The eve of the marriage, or rather during the night, the friends on each side go to deck out the bride and groom for the approaching ceremony. The bridegroom is shaved by his paranymph or groom’s man, in a very grave and dignified manner, in the presence of all the young ladies invited. Fancy the attitude of the bridegroom anxious and motionless under the hands of his unpractised barber, his nose held lightly up between a finger and thumb, while a crowd of young girls look gravely on at the graceful operation! The bride is decked, for her part, by her young companions; who dress her in white, and cover her all over with a long veil made of the finest stuff. Early the next morning the young man and all his friends come forth, like a bridegroom out of his chamber, to seek the bride, and carry her off from her father’s house. Then she, in songs as ancient as the ruins of the old temples that lie around her, sings her sorrowful farewell to the father who has cared for her and protected her hitherto; to the mother who has borne her, and cherished her; to the companions of her maidenhood; to her early home; to the fountain whence she daily fetched water; to the trees which shaded her childish play; and every now and then she gives way to natural tears: then, according to immemorial usage, the paranymph turns to the glad yet sympathetic procession, and says in a sentence which has become proverbial on such occasions – “Let her alone! she weeps!” To which she must make answer, “Lead me away, but let me weep!” After the cortège has borne the bride to the house of her husband, the whole party adjourn to church, where the religious ceremony is performed. Then they return to the dwelling of the bridegroom, where they all sit down and feast; except the bride, who remains veiled, standing alone, until the middle of the banquet, when the paranymph draws near, unlooses the veil, which falls down, and she stands blushing, exposed to the eyes of all the guests. The next day is given up to the performance of dances peculiar to a wedding. The third day the relations and friends meet all together, and lead the bride to the fountain, from the waters of which she fills a new earthen vessel; and into which she throws various provisions. They afterwards dance in circles round the fountain.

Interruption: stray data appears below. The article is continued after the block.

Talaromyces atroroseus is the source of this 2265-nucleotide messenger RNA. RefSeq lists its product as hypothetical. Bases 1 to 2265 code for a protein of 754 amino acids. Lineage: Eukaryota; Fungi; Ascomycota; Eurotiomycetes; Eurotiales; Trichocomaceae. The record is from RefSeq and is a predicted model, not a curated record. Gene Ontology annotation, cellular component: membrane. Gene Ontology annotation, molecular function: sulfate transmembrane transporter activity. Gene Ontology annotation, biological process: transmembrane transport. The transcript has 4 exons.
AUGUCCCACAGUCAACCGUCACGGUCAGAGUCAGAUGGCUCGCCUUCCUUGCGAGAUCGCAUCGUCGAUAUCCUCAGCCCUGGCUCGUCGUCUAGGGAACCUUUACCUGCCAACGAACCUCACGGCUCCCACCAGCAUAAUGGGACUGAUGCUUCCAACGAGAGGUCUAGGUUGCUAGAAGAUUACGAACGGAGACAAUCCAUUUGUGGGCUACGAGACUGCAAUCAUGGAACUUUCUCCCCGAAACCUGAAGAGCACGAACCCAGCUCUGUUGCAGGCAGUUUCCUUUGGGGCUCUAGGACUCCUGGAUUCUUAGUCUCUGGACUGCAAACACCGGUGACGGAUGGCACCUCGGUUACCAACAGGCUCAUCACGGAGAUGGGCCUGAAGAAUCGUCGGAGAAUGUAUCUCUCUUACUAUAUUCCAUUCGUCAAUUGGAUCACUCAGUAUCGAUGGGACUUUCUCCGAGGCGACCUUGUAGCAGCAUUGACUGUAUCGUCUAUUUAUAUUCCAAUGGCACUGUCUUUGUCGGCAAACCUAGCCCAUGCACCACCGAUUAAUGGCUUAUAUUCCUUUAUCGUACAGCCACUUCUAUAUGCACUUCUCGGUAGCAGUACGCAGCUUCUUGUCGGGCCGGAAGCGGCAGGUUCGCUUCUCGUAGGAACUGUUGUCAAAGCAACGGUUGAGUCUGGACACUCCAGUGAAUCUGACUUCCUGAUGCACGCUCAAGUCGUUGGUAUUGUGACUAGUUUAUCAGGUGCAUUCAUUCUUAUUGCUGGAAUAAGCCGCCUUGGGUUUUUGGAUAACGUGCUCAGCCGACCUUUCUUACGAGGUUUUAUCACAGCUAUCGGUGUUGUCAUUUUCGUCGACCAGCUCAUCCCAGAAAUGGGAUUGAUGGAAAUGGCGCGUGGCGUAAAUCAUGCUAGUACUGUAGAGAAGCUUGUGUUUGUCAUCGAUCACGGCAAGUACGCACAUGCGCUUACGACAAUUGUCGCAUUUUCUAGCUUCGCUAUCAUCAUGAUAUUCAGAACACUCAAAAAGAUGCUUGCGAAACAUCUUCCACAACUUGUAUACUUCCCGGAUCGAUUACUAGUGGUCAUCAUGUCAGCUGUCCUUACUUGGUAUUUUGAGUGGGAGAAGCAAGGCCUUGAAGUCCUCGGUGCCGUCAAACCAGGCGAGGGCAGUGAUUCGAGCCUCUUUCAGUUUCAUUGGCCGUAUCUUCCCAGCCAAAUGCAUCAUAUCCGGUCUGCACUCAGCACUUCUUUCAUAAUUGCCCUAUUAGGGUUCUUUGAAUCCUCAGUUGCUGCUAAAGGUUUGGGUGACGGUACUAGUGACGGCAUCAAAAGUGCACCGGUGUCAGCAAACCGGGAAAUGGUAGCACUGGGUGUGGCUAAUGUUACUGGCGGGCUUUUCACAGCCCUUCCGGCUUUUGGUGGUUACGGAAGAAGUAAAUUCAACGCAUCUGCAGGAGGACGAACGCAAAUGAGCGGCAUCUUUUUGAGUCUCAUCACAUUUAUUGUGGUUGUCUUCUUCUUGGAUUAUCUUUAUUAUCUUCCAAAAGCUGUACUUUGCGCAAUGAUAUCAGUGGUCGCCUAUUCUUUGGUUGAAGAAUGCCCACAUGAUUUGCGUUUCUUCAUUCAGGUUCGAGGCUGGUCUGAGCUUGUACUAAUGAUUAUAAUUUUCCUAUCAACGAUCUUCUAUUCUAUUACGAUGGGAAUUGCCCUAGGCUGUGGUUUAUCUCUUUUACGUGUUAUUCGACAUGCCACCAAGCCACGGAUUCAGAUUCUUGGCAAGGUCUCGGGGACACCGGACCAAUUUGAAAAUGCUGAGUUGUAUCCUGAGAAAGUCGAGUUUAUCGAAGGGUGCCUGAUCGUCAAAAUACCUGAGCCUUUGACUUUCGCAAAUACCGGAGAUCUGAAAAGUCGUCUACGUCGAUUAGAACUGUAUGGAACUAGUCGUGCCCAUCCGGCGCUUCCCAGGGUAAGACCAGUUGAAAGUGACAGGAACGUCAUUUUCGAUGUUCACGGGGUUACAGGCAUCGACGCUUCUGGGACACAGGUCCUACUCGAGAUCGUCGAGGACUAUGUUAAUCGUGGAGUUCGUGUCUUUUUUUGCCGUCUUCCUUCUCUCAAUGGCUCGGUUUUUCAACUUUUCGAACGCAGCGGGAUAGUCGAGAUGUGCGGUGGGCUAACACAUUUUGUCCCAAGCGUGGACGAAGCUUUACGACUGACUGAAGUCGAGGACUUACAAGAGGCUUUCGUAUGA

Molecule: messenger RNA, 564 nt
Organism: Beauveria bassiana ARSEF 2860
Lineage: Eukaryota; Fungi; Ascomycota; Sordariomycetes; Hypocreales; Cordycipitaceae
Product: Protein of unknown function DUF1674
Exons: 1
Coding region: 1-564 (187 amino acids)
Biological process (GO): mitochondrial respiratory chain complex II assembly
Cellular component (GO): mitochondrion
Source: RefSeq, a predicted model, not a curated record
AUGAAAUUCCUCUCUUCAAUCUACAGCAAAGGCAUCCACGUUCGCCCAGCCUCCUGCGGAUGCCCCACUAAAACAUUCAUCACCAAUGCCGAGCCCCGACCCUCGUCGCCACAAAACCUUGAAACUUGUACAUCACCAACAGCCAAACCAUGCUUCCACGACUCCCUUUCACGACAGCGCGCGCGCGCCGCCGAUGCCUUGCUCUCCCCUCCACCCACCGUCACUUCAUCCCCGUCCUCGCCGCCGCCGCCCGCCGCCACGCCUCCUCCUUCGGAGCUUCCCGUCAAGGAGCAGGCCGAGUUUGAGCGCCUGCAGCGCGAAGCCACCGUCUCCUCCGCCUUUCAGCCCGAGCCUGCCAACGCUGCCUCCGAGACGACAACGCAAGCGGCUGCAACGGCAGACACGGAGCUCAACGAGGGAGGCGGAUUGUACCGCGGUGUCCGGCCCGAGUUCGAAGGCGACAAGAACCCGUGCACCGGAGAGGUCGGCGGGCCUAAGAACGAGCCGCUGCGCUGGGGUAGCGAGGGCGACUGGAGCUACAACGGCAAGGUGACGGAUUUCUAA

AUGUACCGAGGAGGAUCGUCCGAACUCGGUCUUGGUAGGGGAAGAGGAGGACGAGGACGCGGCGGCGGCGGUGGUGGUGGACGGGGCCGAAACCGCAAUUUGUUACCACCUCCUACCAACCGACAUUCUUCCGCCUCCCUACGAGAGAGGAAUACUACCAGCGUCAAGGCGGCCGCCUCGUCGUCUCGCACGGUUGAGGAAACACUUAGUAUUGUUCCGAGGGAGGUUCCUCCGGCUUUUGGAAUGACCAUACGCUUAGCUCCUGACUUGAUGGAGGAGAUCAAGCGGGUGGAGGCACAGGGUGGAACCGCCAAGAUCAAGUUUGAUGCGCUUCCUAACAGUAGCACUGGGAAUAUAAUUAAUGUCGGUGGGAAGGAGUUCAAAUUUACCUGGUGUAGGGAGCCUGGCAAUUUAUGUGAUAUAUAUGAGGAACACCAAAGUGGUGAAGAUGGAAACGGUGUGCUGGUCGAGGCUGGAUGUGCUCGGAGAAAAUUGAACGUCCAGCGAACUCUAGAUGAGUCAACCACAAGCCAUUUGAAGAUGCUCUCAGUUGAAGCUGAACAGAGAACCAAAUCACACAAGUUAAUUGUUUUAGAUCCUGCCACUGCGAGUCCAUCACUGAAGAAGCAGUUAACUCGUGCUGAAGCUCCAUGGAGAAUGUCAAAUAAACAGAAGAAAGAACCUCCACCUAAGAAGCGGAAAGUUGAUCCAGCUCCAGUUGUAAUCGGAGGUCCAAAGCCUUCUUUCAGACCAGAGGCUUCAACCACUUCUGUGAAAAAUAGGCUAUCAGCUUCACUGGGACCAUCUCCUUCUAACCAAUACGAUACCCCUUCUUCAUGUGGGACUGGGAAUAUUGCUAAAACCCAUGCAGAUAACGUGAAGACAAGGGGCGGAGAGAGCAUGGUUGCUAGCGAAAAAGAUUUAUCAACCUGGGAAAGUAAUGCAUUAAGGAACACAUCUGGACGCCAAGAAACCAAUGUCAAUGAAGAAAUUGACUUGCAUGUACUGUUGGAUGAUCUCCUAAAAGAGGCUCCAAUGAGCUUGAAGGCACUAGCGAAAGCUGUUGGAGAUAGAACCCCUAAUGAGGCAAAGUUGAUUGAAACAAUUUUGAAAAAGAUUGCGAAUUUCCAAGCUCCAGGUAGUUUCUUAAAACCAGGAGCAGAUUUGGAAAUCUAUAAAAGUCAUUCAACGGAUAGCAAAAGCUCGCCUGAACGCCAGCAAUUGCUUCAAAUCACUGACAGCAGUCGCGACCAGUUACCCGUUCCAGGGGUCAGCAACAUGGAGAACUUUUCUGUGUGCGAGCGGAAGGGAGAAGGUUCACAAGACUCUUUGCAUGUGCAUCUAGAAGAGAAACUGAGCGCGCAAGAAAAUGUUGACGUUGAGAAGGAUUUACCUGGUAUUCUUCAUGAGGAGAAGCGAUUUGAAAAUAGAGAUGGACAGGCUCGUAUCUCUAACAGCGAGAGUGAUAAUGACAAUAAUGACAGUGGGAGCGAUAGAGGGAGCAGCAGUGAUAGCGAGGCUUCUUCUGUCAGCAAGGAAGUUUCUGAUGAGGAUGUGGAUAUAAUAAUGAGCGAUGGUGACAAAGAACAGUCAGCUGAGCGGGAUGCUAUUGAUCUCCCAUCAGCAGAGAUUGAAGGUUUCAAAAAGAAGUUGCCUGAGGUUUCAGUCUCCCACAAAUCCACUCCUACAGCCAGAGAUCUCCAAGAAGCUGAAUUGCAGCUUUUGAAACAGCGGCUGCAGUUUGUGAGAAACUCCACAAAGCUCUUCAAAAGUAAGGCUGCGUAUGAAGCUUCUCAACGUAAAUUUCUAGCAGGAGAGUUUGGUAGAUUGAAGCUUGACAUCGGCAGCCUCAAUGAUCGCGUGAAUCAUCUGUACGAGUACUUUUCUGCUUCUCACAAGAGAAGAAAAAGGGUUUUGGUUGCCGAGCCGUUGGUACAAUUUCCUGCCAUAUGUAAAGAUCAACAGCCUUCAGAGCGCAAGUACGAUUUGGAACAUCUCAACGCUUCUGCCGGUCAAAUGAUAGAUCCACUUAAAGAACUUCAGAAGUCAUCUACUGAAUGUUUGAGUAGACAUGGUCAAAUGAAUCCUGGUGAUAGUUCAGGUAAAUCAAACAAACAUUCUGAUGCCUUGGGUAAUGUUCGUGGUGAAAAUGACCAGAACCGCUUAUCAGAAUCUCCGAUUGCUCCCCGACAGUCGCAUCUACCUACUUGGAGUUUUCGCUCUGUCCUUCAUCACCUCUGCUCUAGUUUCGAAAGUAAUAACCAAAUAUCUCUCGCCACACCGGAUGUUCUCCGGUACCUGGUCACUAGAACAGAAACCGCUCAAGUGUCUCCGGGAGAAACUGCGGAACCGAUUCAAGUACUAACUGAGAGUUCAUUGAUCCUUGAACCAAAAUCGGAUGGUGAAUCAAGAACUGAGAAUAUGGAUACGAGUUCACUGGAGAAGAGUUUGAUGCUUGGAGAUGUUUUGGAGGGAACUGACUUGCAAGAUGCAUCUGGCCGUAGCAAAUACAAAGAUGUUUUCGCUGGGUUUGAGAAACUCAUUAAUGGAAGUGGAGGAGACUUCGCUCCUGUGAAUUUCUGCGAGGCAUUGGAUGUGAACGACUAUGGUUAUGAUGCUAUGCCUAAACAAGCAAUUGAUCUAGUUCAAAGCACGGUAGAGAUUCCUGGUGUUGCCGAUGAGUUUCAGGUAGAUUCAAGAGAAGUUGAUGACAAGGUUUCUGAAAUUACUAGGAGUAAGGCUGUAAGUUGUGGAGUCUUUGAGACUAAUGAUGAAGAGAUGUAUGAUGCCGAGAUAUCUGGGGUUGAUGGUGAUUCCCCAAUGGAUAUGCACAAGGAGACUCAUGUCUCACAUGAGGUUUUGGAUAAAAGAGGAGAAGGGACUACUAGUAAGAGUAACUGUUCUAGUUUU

At every one of the ceremonials which I have thus briefly recounted, a song appropriate to the occasion is chanted; they explain the motive of each particular act – of what event in human life it is to be considered the type. Even the shaving has its song, set apart. But many of the forms I have described are very poetical, and full of meaning in themselves. The character of the marriage songs is tender, yet gay and hopeful; but the character of the “myriologia,” or funeral songs, is altogether despairing and sad. When any one dies, his wife, his mother, and his sisters, all come up to the poor motionless body, and softly close the eyes and the mouth. Then they leave the house, and go to that of a friend, where they dress in white, as if for some glad nuptial occasion: with this sole difference, that their hair is allowed to flow dishevelled and uncovered. Other women are busy with the corpse while they change their dress in a neighbour’s house; the body is dressed in the best clothes the dead possessed; and it is then laid on a low bed, with the face uncovered, and turned towards the east; while the arms lie peacefully crossed on the breast. When all these preparations have been made, the relations return to the house of mourning; leaving the door open, so that all who wish once more to gaze on the face of the departed may enter in. All who come range themselves around the bed, and weep and cry aloud without restraint. As soon as they are a little calmer some one begins to chant the myriologia – a custom common to the ancient Hebrews, as well as to the more modern Irish – with their keenness and their plaintive enumeration of the goods, and blessings, and love which the deceased possessed in this world which he has left. In the mountains of Greece, the nearest and dearest among the female relations first lifts up her voice in the myriologia; she is followed by others, either sisters or friends.